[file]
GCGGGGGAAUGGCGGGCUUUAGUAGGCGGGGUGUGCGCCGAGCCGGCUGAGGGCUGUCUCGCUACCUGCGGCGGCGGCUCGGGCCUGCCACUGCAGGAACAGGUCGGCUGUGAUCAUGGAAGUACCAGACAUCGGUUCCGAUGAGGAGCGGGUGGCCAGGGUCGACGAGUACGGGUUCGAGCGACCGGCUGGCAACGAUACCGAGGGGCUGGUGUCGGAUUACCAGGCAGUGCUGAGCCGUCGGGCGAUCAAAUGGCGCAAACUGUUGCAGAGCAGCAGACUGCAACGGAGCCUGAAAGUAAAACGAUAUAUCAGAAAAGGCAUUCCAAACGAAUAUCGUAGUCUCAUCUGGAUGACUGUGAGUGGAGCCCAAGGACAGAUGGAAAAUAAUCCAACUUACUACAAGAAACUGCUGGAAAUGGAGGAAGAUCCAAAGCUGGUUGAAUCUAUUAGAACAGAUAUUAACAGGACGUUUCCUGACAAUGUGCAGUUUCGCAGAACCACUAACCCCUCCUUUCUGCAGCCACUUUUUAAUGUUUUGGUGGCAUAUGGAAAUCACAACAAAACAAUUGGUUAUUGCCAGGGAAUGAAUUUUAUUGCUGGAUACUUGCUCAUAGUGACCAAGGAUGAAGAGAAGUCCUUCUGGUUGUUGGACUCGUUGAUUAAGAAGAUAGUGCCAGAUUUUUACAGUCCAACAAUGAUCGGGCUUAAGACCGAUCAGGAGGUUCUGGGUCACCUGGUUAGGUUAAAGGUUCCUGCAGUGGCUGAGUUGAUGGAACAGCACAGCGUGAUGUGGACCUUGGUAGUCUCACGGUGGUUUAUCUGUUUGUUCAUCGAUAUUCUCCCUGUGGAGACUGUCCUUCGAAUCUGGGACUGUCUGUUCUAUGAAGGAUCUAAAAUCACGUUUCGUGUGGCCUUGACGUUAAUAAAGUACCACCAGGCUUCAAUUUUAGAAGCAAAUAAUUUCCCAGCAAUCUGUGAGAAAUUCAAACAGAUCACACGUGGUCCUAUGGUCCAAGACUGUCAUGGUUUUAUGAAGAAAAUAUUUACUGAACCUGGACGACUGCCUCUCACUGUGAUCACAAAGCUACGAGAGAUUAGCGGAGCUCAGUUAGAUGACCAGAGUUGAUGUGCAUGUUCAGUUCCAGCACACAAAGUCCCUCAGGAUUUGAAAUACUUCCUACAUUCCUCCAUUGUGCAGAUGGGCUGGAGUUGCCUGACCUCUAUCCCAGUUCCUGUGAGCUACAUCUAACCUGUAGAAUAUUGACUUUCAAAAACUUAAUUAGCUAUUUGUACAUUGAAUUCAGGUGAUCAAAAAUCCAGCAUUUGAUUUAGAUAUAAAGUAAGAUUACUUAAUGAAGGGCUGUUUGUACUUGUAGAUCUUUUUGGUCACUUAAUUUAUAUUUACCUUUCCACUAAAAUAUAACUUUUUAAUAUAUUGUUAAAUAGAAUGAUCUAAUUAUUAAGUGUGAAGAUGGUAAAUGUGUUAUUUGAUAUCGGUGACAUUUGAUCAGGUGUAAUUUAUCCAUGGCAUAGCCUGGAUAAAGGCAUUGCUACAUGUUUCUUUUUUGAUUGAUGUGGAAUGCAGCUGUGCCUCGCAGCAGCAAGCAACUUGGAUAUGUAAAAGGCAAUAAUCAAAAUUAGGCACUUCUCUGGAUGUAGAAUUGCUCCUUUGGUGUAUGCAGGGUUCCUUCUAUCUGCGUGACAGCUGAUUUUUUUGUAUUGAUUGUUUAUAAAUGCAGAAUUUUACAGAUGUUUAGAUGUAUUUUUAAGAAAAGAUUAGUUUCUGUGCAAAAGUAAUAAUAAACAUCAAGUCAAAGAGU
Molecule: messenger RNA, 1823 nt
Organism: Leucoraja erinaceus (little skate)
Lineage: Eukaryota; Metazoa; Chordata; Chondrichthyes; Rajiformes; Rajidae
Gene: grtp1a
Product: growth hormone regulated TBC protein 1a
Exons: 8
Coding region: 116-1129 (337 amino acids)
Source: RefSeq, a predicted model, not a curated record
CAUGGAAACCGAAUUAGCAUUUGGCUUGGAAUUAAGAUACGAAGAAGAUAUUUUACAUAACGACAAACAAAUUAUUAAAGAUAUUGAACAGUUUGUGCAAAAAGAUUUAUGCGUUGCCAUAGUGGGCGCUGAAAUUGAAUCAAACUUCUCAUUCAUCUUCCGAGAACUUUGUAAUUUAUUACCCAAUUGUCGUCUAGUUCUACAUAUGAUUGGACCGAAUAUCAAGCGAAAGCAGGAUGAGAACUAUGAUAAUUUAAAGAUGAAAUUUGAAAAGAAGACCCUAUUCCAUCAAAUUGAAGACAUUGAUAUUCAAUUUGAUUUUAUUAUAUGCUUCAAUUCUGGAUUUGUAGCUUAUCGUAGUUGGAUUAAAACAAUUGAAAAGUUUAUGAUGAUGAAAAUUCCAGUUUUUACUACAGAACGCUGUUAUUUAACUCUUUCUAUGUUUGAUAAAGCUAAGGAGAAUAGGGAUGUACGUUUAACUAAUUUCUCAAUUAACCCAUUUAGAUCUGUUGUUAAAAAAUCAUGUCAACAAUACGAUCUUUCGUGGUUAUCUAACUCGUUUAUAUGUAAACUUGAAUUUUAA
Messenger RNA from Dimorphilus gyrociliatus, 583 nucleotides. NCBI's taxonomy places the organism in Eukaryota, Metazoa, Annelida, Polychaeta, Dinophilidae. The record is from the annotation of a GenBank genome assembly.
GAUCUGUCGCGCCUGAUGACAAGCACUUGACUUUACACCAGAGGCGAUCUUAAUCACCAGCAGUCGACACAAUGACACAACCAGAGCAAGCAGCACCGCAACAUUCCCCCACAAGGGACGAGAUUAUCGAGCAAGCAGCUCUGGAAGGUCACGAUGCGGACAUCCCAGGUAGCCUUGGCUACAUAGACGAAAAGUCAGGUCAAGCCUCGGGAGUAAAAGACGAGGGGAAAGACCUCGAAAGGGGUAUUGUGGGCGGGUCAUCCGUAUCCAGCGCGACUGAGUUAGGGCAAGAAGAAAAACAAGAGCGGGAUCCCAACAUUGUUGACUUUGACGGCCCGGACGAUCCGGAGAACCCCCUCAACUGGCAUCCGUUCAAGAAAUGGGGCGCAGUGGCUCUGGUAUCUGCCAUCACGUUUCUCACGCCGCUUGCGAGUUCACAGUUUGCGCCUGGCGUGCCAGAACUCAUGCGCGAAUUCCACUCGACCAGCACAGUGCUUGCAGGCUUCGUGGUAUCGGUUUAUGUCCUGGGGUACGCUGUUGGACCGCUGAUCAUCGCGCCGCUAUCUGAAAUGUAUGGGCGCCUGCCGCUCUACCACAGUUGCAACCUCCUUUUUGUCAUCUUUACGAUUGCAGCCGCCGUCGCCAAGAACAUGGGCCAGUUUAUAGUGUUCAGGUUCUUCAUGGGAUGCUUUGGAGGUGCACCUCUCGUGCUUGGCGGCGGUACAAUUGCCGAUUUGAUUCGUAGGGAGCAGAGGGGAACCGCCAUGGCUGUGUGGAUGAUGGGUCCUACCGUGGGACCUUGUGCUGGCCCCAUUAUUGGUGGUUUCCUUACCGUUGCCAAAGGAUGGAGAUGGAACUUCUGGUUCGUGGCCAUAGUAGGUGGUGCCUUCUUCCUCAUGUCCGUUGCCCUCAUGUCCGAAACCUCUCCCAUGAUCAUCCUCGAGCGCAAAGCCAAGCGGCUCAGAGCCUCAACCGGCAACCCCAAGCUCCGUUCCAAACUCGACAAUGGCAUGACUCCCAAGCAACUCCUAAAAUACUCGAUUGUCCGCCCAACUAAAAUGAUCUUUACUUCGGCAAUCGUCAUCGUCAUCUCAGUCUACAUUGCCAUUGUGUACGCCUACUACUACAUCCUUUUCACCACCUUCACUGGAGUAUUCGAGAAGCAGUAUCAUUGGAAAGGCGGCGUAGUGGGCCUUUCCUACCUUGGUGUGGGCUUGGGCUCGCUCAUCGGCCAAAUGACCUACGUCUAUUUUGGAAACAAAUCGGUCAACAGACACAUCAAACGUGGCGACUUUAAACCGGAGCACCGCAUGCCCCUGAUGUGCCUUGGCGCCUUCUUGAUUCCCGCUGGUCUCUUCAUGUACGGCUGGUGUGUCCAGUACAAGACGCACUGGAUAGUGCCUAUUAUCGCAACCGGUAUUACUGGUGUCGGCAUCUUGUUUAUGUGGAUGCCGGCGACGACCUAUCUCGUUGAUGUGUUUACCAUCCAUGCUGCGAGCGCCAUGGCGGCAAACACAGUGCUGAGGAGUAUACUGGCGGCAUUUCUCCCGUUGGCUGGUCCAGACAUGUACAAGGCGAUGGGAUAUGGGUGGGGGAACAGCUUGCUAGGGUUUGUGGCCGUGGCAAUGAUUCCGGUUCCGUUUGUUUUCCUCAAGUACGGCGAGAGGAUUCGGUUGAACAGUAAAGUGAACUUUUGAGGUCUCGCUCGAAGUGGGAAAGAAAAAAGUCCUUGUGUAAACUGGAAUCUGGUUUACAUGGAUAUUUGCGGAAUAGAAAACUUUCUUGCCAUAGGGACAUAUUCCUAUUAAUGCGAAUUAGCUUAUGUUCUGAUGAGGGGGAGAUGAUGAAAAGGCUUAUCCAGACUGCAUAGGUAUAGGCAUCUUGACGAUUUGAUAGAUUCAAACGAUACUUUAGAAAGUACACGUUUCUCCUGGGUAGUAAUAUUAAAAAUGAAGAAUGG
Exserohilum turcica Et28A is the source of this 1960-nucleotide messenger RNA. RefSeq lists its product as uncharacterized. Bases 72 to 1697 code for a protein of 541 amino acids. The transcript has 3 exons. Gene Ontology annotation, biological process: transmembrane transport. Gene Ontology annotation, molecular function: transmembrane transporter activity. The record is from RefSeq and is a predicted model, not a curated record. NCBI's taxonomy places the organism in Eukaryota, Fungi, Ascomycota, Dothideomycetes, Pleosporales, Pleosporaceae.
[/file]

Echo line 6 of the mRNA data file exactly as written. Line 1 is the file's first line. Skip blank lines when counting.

Product: growth hormone regulated TBC protein 1a